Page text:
LAS VEGAS—Healthcare providers are far behind other industries when it comes to protecting their data and the number of attacks is only expected to accelerate.
At an annual confab designed to celebrate the latest in technological innovation, a newly released survey offered a sobering take on healthcare's flimsy defenses.
Healthcare providers are averaging less than 6% of their information technology budget expenditures on security, according to the survey from HIMSS Analytics, the research arm of the Healthcare Information and Management Systems Society, and security firm Symantec.
In contrast, the federal government spends 16% of its IT budget on security, while financial and banking institutions spend 12% to 15%.
“We can't be as secure as those industries because we're not spending the money,” said David Finn, Symantec's health IT officer. “Information and information technology were never really strategic to healthcare. We never thought of that data as being strategic and important.”
But in fact, the number of healthcare attacks over the past five years has increased 125% as the industry has become an easy target. Personal health information is 50 times more valuable on the black market than financial information, according to the survey.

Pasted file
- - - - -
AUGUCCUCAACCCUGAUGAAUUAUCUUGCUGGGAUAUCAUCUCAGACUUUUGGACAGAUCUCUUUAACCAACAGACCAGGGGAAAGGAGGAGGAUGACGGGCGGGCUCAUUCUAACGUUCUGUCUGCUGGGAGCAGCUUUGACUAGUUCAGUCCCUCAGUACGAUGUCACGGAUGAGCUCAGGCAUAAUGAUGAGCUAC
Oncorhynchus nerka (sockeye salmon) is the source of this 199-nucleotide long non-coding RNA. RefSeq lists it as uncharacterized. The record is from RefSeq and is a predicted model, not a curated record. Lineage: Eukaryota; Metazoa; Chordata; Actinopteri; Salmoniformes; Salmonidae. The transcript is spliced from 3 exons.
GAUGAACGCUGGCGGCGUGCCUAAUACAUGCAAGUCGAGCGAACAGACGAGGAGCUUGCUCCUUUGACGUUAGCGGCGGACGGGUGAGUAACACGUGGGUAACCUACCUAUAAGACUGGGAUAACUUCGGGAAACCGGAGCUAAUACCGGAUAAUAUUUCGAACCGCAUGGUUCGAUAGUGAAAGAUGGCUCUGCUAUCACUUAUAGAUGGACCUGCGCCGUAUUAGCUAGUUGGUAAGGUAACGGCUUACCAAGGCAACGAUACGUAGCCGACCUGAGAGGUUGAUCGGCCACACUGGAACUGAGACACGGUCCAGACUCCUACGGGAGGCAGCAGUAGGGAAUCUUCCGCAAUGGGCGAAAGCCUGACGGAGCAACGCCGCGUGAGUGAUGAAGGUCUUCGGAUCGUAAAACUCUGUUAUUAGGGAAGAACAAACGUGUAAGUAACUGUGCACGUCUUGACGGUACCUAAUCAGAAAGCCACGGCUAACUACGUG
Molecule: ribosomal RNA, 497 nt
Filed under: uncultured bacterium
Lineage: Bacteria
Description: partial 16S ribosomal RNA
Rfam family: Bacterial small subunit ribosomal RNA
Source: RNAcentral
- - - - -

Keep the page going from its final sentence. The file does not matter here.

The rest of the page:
“All signs are that (attacks) are going to continue to increase,” said Blain Newton, executive vice president at HIMSS Analytics.
And the events are changing in nature. This month, Hollywood Presbyterian Medical Center paid hackers a $17,000 ransom in bitcoins to unlock its electronic health record system.
“They couldn't take care of patients,” Finn said. “That's not a security issue anymore. That's a business issue.”
Still, 60% of healthcare boards of directors only get security updates on an as-needed basis, compared to the regular quarterly reports they get on financials and operations,
“It's still very event-focused,” he said. “It's very 'put out a fire as it comes in.' ”
The points of vulnerability also are growing as providers layer additional technologies on top of their EHR platforms—from mobile applications to wearables. Only 46.1% of providers surveyed by HIMSS Analytics' healthcare IT security and risk management survey had begun addressing potential security issues around medical devices, which can be used as an entry point into a hospital's protected data.
A number of vendors have stepped into the space to offer new technologies for cybersecurity, such as replacing the easily compromised password with voice activation or biometric scanning devices to verify someone's identity.
Since senior citizens are often the primary users of in-home monitoring devices, the cybersecurity tools protecting them need to be simple to use even as they increase in sophistication, said Hal Wolf, director at the Chartis Group, an advisory group.
“You're seeing a huge acceleration in this space,” he said. “We're catching up and we're going to be playing catch-up for the life of healthcare.”